Additionally, I’ve found that credit cards like Amazon/Synchrony Bank, Macy’s Credit, Gap Store Cards, Nordstroms are more likely to bow to courtesy request on the phone if you can argue for part negligence on the creditor’s part.
On the contrary, big banks and credit card companies, like Capital One, US Bank, Chase, Barclays, Citi are not as easily swayed to remove a late payment. Either way, if you’re not able to find creditor mistakes, do not get disheartened and move on to the next step.
Step 1B: Identity any extraneous circumstances or errors that led to late payments
If you can prove that a third-party mistake or some unavoidable circumstances led to the late payment, and the late payment was not due to your financial inability, then you have good chances of getting the late payment removed.
However, note that creditors will never remove a late payment due to financial hardship or job loss. But if you can show documented proof of what happened, along with a copy of your bank statement showing a healthy balance of a few thousand dollars, then creditors may agree to remove late payments. They will most likely agree under the following circumstances:
- The statements were being sent to your home address while you were traveling or on vacation
- You were hospitalized or suffering from emotional trauma
- There was an emergency (death, accident) in the family
- Your accountant forgot to make the payment
- Your bank faced some issues which resulted in your late payment
- Your email where you get e-statements was hacked
- Your paper statements and mail were stolen
- You had submitted a double payment the last month and assumed it would cover the next month
- The town you reside in was subjected to a natural disaster
- Creditors online system had some technical glitches
Now if you can prove a scenario like this then you will need to ask for the address, fax, or email for the creditor’s “Credit Bureau Department,” to whom you can fax this information for review. They will review the information sent by you and contact you within 2-4 weeks with their decision.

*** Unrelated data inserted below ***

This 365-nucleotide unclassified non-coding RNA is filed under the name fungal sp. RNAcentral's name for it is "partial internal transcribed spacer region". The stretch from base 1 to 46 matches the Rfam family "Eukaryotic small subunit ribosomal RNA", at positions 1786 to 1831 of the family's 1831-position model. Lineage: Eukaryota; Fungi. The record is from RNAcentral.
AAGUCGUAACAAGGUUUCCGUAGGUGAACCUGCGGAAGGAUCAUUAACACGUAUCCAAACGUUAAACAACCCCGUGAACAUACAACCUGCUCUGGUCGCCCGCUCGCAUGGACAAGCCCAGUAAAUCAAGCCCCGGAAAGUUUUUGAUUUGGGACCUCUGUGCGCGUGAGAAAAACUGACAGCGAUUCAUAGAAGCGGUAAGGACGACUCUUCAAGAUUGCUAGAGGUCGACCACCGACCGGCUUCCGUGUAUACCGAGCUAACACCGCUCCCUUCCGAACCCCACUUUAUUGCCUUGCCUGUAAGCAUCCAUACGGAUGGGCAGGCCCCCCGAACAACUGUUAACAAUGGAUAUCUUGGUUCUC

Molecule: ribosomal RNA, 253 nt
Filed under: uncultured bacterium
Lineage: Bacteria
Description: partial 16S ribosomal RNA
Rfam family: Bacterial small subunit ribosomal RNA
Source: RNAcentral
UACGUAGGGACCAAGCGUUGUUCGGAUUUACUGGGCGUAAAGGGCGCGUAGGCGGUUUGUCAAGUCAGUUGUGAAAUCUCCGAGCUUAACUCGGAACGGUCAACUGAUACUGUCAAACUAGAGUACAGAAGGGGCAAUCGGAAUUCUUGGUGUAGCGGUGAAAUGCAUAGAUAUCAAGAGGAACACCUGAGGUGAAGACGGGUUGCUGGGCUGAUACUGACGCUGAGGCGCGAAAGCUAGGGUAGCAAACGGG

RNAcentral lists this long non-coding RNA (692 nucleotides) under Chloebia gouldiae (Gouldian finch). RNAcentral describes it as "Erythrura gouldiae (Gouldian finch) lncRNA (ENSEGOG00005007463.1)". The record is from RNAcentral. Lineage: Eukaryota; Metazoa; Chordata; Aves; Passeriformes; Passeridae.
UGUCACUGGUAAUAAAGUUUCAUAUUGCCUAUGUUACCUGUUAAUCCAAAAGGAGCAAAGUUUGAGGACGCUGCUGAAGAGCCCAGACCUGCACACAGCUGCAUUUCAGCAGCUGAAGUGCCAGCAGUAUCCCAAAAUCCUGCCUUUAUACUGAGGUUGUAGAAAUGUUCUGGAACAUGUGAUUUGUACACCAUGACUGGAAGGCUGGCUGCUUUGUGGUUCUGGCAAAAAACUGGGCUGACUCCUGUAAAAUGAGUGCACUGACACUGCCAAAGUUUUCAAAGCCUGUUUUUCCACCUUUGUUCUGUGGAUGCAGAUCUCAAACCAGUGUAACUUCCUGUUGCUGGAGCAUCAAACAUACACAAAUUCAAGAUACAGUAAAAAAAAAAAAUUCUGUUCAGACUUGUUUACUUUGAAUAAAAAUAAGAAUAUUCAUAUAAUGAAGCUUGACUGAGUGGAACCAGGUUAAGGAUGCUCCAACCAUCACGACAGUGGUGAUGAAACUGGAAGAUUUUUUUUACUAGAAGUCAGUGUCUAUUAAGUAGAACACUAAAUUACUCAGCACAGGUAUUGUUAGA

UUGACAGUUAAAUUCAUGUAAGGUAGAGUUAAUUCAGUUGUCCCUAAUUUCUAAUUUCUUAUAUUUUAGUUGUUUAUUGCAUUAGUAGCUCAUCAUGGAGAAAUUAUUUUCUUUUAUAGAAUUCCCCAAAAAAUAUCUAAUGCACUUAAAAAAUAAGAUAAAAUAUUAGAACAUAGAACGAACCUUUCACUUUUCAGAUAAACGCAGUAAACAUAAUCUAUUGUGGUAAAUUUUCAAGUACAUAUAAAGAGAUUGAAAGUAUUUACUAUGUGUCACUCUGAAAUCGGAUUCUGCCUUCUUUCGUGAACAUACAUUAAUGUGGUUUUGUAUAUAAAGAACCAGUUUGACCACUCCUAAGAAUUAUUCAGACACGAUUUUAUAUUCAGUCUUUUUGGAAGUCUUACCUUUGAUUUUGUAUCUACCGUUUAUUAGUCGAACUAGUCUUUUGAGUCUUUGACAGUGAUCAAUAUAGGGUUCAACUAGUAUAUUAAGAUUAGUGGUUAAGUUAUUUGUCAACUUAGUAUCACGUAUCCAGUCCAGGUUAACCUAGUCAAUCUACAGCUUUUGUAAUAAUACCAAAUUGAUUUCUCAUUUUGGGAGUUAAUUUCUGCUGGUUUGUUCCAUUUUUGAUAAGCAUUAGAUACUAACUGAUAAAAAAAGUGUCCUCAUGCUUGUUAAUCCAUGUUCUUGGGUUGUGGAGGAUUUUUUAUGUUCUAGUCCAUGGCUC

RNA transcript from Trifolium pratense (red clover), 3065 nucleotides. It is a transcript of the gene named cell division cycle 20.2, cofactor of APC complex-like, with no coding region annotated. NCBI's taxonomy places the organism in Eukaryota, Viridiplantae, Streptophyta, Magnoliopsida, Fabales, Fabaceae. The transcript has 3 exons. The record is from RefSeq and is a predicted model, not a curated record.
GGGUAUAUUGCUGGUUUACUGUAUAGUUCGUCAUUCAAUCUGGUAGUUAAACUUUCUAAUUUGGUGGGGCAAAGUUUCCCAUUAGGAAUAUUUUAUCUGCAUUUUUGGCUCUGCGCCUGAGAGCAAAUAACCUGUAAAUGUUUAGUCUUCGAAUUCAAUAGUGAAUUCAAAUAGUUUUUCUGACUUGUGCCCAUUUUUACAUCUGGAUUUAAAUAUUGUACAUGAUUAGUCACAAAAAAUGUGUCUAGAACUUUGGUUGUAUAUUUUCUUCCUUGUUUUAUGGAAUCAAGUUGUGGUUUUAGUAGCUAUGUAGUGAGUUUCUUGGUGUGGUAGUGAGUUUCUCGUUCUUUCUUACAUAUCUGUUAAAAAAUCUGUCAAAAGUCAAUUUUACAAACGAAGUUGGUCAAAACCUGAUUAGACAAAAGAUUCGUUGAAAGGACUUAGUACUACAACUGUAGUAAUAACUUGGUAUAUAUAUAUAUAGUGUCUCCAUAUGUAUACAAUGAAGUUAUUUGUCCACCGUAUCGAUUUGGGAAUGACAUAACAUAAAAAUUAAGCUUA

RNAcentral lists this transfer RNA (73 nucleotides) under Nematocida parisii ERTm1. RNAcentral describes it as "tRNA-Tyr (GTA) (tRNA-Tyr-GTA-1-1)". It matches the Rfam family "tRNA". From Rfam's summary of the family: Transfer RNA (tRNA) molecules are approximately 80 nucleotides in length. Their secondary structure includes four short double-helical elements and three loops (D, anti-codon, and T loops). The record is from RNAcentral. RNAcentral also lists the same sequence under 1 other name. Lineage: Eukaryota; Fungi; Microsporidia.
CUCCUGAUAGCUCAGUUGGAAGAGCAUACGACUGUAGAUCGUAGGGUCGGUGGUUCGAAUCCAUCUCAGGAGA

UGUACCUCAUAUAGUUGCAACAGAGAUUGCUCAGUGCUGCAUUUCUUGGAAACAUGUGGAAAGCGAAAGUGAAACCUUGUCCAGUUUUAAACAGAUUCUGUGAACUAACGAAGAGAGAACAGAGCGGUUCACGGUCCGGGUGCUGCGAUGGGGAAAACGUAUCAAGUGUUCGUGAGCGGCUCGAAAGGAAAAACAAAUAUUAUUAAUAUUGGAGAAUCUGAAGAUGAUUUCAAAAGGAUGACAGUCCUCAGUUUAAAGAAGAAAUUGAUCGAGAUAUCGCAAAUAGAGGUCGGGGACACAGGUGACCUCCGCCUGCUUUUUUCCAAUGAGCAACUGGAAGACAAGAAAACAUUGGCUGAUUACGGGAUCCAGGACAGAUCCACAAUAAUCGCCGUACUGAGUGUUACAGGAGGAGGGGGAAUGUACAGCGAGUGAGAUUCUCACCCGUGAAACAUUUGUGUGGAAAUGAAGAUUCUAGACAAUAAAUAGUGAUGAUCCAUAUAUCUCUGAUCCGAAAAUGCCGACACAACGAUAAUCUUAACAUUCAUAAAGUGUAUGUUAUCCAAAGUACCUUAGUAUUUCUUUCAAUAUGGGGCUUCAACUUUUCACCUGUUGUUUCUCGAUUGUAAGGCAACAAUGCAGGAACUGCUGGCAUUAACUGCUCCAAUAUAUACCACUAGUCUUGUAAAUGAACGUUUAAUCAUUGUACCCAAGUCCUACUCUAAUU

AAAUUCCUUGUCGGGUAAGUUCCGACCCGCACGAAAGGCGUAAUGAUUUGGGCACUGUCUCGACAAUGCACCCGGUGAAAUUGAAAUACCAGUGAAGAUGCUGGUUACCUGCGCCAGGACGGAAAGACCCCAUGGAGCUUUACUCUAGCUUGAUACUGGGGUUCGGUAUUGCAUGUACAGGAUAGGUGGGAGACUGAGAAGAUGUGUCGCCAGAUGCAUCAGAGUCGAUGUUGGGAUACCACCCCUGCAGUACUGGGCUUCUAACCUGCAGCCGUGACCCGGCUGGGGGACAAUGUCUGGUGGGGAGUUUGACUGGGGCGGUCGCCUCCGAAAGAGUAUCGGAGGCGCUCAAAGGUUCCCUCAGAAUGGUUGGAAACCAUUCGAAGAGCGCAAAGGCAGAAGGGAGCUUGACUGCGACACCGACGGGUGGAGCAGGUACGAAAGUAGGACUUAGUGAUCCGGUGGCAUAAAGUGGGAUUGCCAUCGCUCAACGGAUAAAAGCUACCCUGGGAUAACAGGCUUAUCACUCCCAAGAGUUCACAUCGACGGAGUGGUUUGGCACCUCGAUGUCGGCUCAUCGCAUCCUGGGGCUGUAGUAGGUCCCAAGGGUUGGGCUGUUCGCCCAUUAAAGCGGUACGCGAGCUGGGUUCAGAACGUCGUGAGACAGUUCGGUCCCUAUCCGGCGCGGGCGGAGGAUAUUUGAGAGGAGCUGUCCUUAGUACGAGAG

In case you try all this and land up with no luck with the creditors, you can follow the next step of engaging with the creditor bureaus.
Step 2- Engage the Creditor’s Executive Resolutions Dept or Credit Bureau Department:
If your first correspondence or call to the credit bureau has not worked, then that means you are in for a long haul. The next step here would be to move up the hierarchy. You can engage the Executive Resolutions Department. If you are not allowed to speak to the Executive Resolutions Department, you can mail your complaint to their corporate office by certified mail, addressing the CEO. This action normally takes 30 odd days or so to get a response.
You can also lodge the Consumer Financial Protection Bureau Complaint. At this stage, you can get the different regulatory agencies involved like the Consumer Financial Protection Bureau (CFPB), and complain to the creditor. If it’s a credit union you’re dealing with then you will need to file a complaint with the National Credit Union Association.
However, if the late payment did not occur due to the creditor’s negligence, then the complaint cannot be made under the premise that the creditor acted illegally and violated your rights under the FCRA. You need to choose an alternate valid reason to prove that the creditor is acting unreasonably. If the CFPB finds your claim strong enough, they might send it to the creditor.
The creditors usually respond within 15 days and if the creditor does not respond favorably, the CFPB allows you to submit your feedback.
Finally, if the creditor responds and states they have agreed to remove the late payment, you should wait for 30 days to confirm the same.
However, if the results are still negative and the creditor pays no heed to your complaints, you can go for the third step. As per my experience, this is a strong but sure-shot strategy for getting the late payments removed.
Step 3 - Filing a small claims lawsuit against the creditor
If all the above steps fail, you can file a small claims suit against the creditor. For this an extensive research of one’s state’s civil code is needed, to see what violations about credit reporting, breach of contract, unfair business practices, and negligence were committed. Also, for small claims, the court requires individuals to show proof of monetary damages like some documentation showing that the consumer was turned down for credit due to the specific late payment.
However, simply filing a lawsuit will not make the creditor buckle. The case must be strong and well documented. Even if the creditor does not show up in court, the judge will still look at the merits of the case and rule accordingly.
The Final Step: Take Action to repair your credit
Thus, individuals should follow all the above steps meticulously for addressing their grievances regarding late payments. While professional help is always better to deal with credit repair issues, the above guide if followed carefully, is also enough to achieve the desired results.